Abolish the nonprofit board? What do you think?
Last Thursday I was part of one of the most provocative discussions I’ve been in for awhile.
The CEO of a year old start up public charity — I’d say he fit the description of a “social entrepreneur” — was describing his leadership and management framework to a group of top level corporate types. He was confident, brash, passionate about his mission, and business oriented. He referenced Jim Collins and Good to Great in his approach.
The business people loved him. Me too… until…
He explained how in starting this new organization he had learned many lessons from the previous organization he had founded (which had enjoyed both great program outcomes and growth).
- Like the need for a clear business model
- The importance of having great people in their jobs
- A commitment to the mission, including not settling for too small an impact on a big problem
All good, and then..
- Getting rid of unproductive time sinks, including the Board of Directors.
Whoa! Like throwing a firebomb into the room.
Hearing the collective gasp, he went on to explain. At the first organization he had founded, he spent 30% or more of his time managing the Board of Directors. A board that was complacent with the number of kids they were serving, which was barely a drop in the bucket of need.
So, this time around, he wasn’t going to waste precious time when there was important work to be done. Though he really couldn’t really abolish the Board (state law does require a board of directors for a nonprofit, usually with more than one trustee), he could make it small and manageable. Which he did by composing the board with two good friends and himself.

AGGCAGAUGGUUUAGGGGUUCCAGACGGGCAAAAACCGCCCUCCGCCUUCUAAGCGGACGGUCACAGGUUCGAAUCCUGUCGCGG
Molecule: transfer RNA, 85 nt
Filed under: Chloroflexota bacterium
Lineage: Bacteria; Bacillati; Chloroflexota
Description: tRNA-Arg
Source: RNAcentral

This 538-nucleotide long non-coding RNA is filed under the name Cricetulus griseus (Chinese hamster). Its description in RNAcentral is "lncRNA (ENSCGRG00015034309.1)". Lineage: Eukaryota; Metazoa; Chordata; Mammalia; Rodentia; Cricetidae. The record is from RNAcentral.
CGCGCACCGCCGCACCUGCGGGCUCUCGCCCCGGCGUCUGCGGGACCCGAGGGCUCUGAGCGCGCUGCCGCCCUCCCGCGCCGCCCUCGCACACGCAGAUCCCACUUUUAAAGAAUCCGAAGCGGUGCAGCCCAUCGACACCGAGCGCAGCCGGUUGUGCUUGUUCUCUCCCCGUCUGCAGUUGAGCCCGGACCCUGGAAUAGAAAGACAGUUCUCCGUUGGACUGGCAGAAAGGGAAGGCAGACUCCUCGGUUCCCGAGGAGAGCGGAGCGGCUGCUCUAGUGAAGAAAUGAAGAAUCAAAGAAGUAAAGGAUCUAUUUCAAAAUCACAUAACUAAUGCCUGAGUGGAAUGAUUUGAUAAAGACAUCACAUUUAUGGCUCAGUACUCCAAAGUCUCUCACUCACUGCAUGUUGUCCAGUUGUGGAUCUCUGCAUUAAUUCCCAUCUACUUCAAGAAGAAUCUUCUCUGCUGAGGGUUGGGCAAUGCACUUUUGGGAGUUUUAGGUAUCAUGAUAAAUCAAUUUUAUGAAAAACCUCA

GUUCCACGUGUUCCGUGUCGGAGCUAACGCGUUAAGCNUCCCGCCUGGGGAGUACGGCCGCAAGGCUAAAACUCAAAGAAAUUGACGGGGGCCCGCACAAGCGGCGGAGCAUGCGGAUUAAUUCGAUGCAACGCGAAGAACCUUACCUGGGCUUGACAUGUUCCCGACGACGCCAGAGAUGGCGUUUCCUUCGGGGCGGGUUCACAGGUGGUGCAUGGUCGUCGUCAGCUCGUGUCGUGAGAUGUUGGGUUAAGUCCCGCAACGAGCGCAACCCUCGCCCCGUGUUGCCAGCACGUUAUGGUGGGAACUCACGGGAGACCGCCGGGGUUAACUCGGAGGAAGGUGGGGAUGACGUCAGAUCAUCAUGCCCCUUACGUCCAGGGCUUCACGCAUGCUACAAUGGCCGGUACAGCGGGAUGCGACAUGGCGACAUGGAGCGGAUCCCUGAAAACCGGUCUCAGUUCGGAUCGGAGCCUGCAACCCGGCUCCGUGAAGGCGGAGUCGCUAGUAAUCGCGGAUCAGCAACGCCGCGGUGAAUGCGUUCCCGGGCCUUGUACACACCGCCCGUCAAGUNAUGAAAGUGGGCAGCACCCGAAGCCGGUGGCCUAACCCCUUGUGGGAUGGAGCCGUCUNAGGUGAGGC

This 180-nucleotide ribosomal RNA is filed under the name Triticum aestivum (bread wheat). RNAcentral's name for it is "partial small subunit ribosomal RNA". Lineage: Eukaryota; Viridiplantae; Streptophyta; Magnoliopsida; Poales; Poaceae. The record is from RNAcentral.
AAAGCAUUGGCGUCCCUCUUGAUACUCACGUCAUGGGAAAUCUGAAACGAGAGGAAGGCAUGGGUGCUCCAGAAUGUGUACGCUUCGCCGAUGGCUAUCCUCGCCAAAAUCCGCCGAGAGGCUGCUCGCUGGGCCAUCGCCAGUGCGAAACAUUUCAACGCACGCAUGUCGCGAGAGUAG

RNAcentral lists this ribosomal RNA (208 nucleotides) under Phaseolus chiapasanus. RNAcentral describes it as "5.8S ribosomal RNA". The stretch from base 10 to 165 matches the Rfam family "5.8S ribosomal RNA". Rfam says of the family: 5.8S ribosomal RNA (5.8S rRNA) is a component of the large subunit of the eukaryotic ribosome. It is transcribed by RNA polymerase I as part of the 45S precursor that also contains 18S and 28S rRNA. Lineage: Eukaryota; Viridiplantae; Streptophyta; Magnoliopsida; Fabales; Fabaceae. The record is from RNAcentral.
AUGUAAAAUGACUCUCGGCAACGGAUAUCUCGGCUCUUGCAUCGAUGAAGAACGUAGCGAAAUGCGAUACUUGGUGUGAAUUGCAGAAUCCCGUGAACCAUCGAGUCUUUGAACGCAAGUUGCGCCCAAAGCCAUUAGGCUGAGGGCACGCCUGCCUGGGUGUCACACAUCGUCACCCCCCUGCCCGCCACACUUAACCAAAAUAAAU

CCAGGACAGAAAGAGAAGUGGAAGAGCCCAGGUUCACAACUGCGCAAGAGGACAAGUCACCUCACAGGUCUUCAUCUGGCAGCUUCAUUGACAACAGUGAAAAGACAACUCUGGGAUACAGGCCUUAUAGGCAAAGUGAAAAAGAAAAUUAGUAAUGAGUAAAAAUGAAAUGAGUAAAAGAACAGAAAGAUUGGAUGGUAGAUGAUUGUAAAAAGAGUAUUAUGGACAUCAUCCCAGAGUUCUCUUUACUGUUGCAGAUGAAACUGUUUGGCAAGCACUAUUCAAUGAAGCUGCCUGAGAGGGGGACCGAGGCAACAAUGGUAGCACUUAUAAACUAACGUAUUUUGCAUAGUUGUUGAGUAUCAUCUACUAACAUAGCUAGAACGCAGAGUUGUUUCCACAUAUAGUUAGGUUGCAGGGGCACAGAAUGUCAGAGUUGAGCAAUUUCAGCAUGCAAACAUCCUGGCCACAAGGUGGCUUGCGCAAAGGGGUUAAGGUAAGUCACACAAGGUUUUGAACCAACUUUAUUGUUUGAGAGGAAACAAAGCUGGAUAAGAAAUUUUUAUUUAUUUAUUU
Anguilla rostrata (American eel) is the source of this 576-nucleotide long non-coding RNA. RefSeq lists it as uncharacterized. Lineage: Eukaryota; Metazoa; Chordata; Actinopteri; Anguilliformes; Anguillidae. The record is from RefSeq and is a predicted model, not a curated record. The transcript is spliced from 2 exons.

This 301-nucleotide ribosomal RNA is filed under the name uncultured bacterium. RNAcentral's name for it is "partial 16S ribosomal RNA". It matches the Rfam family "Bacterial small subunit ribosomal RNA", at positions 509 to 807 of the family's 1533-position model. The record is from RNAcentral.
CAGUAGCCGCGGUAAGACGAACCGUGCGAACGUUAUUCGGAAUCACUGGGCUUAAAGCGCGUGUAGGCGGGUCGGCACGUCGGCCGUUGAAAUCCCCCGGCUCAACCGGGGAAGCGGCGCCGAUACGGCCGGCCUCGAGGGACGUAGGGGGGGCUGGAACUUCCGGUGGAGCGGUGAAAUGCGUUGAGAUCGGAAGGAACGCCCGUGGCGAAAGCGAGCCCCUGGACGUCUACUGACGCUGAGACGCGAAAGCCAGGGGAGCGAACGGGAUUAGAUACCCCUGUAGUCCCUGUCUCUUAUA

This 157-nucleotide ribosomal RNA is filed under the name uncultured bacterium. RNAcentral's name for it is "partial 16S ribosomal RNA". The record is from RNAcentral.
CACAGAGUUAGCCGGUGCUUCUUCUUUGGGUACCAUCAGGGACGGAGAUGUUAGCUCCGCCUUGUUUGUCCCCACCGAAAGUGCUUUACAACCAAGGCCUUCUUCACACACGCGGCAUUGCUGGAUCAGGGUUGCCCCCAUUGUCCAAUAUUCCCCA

I noted that this is all perfectly legal. And frequently done. Think of the typical founder board, usually a family and friend affair.
Needless to say, lots of questions followed:
Don’t you need the Board to assist in fundraising? No, the business model is built on federal funds.
Who decides Executive Compensation? How do you ensure that you don’t get in trouble with the IRS over excess compensation? We do an regular market survey of salaries, I get paid under the top, and I recuse myself from the discussion and vote.
How do you build community ownership? Get contrary advice? We have an advisory board of community leaders and others.
Why didn’t you just create a for profit organization? Because this is the corporate structure I’m most familiar with and to leave open the possibility for philanthropy, even though the business model doesn’t currently depend on it.
What happens if something happens to you? That is a question, but my guess is that the board will find someone to replace me. Plus, as we grow, there will be staff under me who could step into my shoes.
I had lot of thoughts about this. But before I share them, I’d love to hear from you.
What do you think? A good idea or not?